9.That place is pure; that place is brilliant. 
10.Where Enki and Ninella lay, 
11.That Place is pure, that place is brilliant. 
12.In
Dilmun the raven cried not, 
13.The dar-bird its dar-cry uttered not. 
14.The deadly lion destroyed not, 
15.The wolf a lamb seized not, 
16.The dog the weak kid tore not, 
17.The dun-animal (sow) the food-grain destroyed not, 
18.The planned not for young off spring... 
19.The birds of heaven their offspring hatched not, 
20.Doves laid noteggs (?)_ 
21.Of eye-disease, "it is eye-disease," one said not; 
22.Of headache, "it is headache," one said not. 
23.To a mother, "mother," one said not, 
24.To a father, "father," one said not. 
25.In the holy place a libation was poured not; in the city one drank not; 
26.The river-man "cross it?" said not; 
27.The overseer filled no right hand; 
28.The musician "sing," said not; 
29.The prince of the city spoke not. 
30.Ninella to her father Enki Said: 
31."A city thoust founded, a city thou hast founded, its destiny thou hast fiexe; 
32.In
Dilmun a city thou has hast founded, 
33.......thou hast founded a city, 
34.........a canal there is not 
35...;;;.....thou hast founded a city".

 

 

Her city drinks the water of abundance,
Dilmun drinks the water of abundance,
Her wells of bitter water, behold they are become wells of good water,
Her fields and
farms produced crops and grain,
Her city, behold it is become the house of the
banks and quays of the land,
Dilmun, behold it is become the house of the
banks and quays of the land.

Upon Ninhursag he
caused to flow the "water of the heart,"
She received the "water of the heart," the water of Enki.
One day being her one month,
Two days being her two months,
Three days being her three months,
Four days being her four months,
Five days (being her five months,)
Six days (being her six months,)
Seven days (being her seven months,)
Eight days (being her eight months,)
Nine days being her nine months, the months of "womanhood,"
Like . . . fat, like . . . fat, like good butter,
Nintu, the mother of the land, like . . . fat, (like . . . fat, like good butter,)
Gave birth to Ninsar.

The cycle of impregation, nine days' gestation, and birth between Eniki and the offspring of each succeeding goddess is repeated, presumably in the same fashion as Ninsar. With Ninsar he creates Ninkur. With Ninkur he creates Uttu. Ninhursag then intervines to solicit advice to Uttu about her future relationship with Enki. The content of this passage is either lost or unintelligible. What is clear is the result of her relationship with Enki results in the birth of eight different plants. The poem continues:

Enki, in the swampland, in the swampland, lies stretched out,
He says to his messenger Isimud:
"What is this (plant), what is this (plant)?"

His messenger, Isimud, answers him;
"My king, this is the 'tree-plant'," he says to him.
He cuts it off for him and he (Enki) eats it.

"What is this, what is this?"
"My king, this is the 'honey-plant'."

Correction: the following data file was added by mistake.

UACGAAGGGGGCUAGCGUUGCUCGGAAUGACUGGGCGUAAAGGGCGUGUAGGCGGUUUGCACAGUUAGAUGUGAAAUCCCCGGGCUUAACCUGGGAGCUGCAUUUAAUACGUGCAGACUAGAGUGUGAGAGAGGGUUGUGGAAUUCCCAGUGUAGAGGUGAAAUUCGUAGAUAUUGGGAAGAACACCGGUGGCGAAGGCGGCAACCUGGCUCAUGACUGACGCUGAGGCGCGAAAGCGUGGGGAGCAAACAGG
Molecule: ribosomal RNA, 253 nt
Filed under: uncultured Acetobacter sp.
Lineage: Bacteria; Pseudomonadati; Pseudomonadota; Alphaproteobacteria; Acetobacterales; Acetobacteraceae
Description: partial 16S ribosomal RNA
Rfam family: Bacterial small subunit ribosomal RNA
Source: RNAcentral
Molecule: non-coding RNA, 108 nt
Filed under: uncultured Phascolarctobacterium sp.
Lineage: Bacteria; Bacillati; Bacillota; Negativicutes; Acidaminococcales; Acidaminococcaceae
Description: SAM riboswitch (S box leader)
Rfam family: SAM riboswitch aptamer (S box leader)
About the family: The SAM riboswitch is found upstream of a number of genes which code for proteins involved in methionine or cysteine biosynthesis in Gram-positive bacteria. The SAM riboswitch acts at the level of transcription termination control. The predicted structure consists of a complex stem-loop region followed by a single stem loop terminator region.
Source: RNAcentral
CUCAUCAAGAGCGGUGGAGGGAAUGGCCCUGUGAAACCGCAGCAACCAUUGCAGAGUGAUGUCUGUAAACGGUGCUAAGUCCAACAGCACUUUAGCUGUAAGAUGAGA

He tears it off for him and he eats it.

The same pattern persists for all eight plants, although some of their names, such as "tree-plant" or "honey-plant" are undecipherable. After has discovered what all of these plants are (by eating them), he is able to decree their fates. Ninhursag is furious with the desecration of her distant offspring and curses Enki:

"Until thou art dead, I shall not look upon thee with the 'eye of life'."

Without the presence of Ninhursag, apparently, Enki cannot survive (she is, after all, the essence of fertility, the supreme mother goddess). The fox then comes before Enlil, who is disturbed by the suffering of the extremly important water-god, and says:

"If I bring Ninhursag before thee, what shall be my reward?"

Enlil promises the fox a reward if he is able to bring Ninhursag back. How the fox goes about this, however, is unknown as the text is completely broken at this point. When the text picks back up, "Ninhursag proceeds to remove the effects of her curse from the rapidly sinking Enki. This she achieves by giving birth to a special deity for each of Enki's pains. This passage which closes our poem runs as follows:

"My brother, what hurts thee?"
"My . . . hurts me."
"To the god Abu I gave birth for thee."

"My brother, what hurts thee?"
"My hip hurts me."
"To the god Nintul I gave birth for thee."

"My brother, what hurts thee?"
"My tooth hurts me."
"To the goddess Ninsutu I gave birth for thee."

"My brother, what hurts thee?"
"My mouth hurts me."
"To the goddess Ninkasi I gave birth for thee."

"My brother, what hurts thee?"
"My side hurts me."
"To the goddess Dazimua I gave birth for thee."

"My brother, what hurts thee?"
"My rib hurts me."
"To the goddess Ninti I gave birth for thee."

"My brother, what hurts thee?"
"MY . . . hurts me."
"To the god Enshagag I gave birth for thee."

"For the little ones to which I gave birth . . . "
"Let Abu be the king of the plants,
Let Nintul be the lord of Magan,
Let Ninsutu marry Ninazu,
Let Ninkasi be (the goddess who) sates the heart,
Let Nazi marry Nindar,
Let Dazimua marry Nigishzida,
Let Ninti be the queen of the month,
Let Enshagag be the lord of Dilmun."